Wednesday, July 19, 2006


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Anwar: A plot to bring back Dr M Arfa'eza A Aziz Jul 18, 06 1:36pm [extracts]

Parti Keadilan Rakyat (PKR) adviser Anwar Ibrahim said the on-going attack against Prime Minister Abdullah Ahmad Badawi could be a plot to bring former premier Dr Mahathir Mohamad back to the helm.

"I don't preclude the possibility of a plan that this huge challenge is to bring back Mahathir...," said the former deputy prime minister in an exclusive interview with malaysiakini.

"Certainly there is a racist connotation there or the message is that the Chinese (continue to be a threat)... and therefore you need a strong leader to make amends and to chart a clear policy to protect the interests of this country before surrendering to whomever, and in this case, (deputy prime minister) Najib (Razak)."

Q&A: Najib too 'guarded and calculative' Arfa'eza A Aziz Jul 18, 06 2:23pm

In this first of a three-part exclusive interview with malaysiakini, Anwar Ibrahim - who was once No 2 in Umno - said Deputy Prime Minister Najib Abdul Razak was too "guarded and calculative" to take advantage of the on-going crisis within the ruling party.

Malaysiakini: Former prime minister Dr Mahathir Mohamad has continued his onslaught against his successor Abdullah Ahmad Badawi. Will he ever stop?

Anwar: Knowing him, once he decides (on something) he (will be) very focused, very determined - for either the right (or) wrong reasons. But once he has made up his mind, he will be committed to it. He thinks he can go for the jugular - whatever it means - against Abdullah. I think it is going to be a sustained and concerted effort on his (Mahathir's) part. And he has some supporters not only among the veterans but also at Umno's grassroots level. And they (Mahathir and his supporters) have the resources... they have hundreds and millions of ringgit at their disposal. I think it's going to be rough turbulence ahead.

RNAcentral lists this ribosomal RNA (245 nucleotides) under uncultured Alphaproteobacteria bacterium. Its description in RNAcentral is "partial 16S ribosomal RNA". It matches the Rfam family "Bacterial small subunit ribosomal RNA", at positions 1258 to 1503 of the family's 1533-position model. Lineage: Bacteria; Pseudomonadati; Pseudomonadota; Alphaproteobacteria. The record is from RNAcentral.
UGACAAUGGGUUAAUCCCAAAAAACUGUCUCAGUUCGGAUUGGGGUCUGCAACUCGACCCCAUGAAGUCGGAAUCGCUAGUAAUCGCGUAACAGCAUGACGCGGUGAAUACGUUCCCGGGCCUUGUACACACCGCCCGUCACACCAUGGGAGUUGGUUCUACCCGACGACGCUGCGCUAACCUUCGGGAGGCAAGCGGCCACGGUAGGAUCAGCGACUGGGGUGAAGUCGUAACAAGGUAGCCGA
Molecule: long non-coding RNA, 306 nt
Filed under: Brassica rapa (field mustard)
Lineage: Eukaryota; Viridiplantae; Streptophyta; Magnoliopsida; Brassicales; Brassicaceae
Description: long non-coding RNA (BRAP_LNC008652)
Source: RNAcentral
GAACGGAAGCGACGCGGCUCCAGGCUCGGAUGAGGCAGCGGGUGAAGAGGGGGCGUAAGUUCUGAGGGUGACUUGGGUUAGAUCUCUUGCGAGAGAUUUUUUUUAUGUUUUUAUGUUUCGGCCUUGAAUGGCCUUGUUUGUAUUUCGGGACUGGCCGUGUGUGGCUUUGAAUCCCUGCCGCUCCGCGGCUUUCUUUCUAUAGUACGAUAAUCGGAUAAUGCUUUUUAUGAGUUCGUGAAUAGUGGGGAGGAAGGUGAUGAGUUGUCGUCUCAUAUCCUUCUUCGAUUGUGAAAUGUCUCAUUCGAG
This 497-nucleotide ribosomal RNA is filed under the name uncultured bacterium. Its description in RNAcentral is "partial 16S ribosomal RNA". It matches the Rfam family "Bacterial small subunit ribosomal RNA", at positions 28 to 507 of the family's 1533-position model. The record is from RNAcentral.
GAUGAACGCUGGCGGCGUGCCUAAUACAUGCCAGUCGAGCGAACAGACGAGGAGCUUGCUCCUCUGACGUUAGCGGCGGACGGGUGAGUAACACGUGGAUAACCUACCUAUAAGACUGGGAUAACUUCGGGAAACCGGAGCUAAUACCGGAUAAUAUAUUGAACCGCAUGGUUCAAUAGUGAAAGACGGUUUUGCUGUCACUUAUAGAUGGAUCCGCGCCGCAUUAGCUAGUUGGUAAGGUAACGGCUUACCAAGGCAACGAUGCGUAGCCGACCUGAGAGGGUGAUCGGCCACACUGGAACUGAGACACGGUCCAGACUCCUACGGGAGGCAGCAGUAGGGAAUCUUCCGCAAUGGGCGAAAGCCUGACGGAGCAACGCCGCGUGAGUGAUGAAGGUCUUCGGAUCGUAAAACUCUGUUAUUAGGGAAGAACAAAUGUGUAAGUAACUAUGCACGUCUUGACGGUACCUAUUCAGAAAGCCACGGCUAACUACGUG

* Some believe that Mahathir is winning the battle so far. Do you think this is a fair assessment?
I think those who are generally critical of the government would want to accept these sort of analyses or assessments. But I don't share this at all, because those who have been critical of Mahathir know that he has been given more than two decades - even in the last few years of his reign - to make amends. But he has failed.
He destroyed the institution of civil societies, and this is a major crime. And I don't think that by taking up the bridge issue or Proton, he can make amends to his crimes.
I spoke to some of his strong supporters or aides - as you know, I keep my options open by talking to these quarters - and they seemed very optimistic, encouraged by the resounding support given, including by some opposition leaders.
But I think it is not really realistic to expect that Umno members are going to turn up in big numbers against Abdullah. But having said that - and I have made this clear before - he (Mahathir) has the right to speak. I think
it is good that Malaysiakini gave him that interview.

We support the principle of free media. Whether we agree or disagree is something else.
I believe that the issues he had raised have not been well-discussed. He talked about the bridge... I have always said that when you discuss the bridge, you must start from the "points of agreement" (POA).
Never mind the
(issues of ) water, MSA (Malaysia-Singapore Airlines) that was done prior to Mahathir. But the notes in the POA was signed by Daim (Zainuddin) on the instructions of Mahathir. And that went against all government rules and procedures. (It was) not cleared or sanctioned by the AG (attorney-general) (and there was) no record at the Treasury.

I took it up when I became finance minister, and that was when I got into initial trouble with Daim because ... (I) made strong views against (the signing of the POA). But this was not discussed (by Mahathir now)
Also, there is the fact of (Mahathir) using subtle racist innuendos. Not only (he raised the issue of) nationalism but (he) also (spoke) against the Chinese and